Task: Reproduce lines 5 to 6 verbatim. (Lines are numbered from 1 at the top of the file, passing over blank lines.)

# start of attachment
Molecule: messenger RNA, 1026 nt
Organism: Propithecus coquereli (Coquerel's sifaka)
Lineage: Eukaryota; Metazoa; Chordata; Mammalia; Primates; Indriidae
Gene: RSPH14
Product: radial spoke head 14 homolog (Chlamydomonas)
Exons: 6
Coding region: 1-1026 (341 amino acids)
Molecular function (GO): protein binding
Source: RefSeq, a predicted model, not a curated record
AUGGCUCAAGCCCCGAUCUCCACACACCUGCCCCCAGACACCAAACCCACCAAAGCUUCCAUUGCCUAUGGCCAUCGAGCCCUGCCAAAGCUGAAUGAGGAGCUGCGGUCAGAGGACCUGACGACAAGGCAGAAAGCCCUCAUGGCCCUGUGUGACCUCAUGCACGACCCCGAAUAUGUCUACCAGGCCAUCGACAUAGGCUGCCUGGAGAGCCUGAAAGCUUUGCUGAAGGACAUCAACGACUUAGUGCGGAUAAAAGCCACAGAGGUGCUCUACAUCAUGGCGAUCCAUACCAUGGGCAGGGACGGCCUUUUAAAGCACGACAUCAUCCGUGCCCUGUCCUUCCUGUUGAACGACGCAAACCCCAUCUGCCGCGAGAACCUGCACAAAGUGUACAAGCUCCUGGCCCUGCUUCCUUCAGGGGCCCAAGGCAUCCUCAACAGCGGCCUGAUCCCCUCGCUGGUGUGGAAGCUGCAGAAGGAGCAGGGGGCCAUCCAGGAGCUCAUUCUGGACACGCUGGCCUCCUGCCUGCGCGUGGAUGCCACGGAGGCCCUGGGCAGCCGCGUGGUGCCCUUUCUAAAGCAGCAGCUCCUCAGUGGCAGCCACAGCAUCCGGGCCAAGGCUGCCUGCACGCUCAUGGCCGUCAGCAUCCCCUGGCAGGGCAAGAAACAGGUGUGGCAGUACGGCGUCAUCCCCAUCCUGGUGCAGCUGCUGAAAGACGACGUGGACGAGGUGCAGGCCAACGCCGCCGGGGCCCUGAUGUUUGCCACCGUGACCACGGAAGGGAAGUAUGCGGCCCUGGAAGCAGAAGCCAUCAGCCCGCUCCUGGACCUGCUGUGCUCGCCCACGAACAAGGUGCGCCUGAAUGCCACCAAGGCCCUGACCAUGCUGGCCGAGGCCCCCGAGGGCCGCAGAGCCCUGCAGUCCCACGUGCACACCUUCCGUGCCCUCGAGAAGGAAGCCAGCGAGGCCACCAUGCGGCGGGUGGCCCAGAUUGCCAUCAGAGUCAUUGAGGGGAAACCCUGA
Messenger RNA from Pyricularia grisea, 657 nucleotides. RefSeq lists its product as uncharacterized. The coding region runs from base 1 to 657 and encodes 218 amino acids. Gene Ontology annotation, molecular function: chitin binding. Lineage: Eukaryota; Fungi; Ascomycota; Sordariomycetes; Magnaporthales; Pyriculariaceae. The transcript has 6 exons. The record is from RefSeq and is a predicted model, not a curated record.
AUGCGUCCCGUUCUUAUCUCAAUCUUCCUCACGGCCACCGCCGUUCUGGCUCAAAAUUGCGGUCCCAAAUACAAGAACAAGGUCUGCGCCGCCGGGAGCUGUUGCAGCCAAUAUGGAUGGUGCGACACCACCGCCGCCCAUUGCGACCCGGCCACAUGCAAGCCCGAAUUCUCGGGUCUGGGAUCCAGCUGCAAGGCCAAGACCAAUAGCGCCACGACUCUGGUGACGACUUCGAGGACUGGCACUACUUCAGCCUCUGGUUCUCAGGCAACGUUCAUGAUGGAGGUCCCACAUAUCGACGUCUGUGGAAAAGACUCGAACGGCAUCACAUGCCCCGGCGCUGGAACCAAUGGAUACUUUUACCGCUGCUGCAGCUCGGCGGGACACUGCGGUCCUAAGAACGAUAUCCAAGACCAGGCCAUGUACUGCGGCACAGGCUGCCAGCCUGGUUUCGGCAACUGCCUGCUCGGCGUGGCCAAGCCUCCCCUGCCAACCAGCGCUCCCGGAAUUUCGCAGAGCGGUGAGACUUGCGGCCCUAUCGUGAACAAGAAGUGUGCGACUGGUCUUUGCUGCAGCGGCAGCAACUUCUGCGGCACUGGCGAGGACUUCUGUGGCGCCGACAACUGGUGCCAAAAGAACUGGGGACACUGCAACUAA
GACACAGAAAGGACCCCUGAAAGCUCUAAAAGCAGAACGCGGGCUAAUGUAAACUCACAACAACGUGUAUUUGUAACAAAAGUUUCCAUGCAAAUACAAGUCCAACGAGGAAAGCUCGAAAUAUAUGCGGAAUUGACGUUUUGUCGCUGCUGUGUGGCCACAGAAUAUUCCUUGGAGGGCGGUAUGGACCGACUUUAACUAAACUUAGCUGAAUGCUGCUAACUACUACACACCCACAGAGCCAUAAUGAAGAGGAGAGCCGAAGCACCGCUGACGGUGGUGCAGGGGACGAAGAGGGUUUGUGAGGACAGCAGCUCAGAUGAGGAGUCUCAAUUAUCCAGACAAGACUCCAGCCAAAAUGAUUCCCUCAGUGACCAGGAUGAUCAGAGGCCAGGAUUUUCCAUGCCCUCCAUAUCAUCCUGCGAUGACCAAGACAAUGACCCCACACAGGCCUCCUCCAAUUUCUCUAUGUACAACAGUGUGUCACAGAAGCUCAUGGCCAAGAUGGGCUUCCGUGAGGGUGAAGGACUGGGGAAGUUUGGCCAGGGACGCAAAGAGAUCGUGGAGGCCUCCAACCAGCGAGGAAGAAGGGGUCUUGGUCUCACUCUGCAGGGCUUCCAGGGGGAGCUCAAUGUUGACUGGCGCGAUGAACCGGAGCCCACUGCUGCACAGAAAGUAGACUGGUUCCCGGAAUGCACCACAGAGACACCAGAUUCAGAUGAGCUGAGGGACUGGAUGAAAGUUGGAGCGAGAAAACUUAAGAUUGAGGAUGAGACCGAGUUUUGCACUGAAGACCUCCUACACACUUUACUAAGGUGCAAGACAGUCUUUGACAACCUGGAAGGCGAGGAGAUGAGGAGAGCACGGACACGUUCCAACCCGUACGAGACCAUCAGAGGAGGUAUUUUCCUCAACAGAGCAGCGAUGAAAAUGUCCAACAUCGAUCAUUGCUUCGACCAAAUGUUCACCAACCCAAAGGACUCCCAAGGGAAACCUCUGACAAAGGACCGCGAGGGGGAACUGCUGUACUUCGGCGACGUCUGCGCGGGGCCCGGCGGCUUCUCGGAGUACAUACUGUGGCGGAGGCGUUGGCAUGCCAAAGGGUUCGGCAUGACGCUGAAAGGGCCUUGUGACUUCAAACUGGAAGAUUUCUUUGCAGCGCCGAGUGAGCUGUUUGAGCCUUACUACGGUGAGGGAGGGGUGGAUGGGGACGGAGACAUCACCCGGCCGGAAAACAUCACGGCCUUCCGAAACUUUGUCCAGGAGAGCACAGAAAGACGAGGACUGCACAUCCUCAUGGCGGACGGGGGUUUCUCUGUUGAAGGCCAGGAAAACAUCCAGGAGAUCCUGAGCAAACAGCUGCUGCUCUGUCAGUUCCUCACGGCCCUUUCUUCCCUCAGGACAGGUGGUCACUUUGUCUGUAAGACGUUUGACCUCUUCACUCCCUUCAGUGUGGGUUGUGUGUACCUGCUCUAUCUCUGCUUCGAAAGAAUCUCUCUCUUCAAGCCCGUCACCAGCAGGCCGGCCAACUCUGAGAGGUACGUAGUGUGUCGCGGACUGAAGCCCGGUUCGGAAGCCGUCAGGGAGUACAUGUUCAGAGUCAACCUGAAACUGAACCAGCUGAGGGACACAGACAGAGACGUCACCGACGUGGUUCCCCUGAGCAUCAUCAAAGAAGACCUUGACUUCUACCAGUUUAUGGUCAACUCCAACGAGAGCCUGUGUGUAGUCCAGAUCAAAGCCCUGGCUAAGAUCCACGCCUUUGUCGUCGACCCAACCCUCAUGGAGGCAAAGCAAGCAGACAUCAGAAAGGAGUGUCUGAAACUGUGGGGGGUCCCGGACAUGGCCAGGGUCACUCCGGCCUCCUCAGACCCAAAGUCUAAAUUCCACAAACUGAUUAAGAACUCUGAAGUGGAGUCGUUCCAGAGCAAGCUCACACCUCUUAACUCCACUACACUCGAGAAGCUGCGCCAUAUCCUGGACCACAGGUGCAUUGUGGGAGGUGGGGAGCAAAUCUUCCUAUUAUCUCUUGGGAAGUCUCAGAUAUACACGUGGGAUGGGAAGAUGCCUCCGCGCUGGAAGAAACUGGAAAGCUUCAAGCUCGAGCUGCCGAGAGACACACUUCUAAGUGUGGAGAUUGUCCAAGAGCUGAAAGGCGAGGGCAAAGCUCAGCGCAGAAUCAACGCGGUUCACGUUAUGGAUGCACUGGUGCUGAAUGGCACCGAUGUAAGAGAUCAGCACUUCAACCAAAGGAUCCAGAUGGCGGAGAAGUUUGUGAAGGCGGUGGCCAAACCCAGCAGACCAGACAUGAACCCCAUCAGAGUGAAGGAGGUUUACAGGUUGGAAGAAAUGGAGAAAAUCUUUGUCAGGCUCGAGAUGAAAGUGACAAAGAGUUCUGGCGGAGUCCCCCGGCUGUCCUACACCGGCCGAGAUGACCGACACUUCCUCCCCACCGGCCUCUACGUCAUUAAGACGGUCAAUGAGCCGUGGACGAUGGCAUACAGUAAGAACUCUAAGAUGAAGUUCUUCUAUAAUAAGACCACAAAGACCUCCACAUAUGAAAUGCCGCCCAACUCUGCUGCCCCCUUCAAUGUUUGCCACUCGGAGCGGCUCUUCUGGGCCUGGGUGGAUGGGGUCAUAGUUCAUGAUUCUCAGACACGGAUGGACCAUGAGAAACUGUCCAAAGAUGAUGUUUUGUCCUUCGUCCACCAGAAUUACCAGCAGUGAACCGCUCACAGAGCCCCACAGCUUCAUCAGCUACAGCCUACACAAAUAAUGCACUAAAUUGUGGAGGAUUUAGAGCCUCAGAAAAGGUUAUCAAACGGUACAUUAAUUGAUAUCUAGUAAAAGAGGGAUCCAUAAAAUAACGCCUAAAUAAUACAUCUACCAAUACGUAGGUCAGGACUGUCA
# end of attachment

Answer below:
Product: radial spoke head 14 homolog (Chlamydomonas)
Exons: 6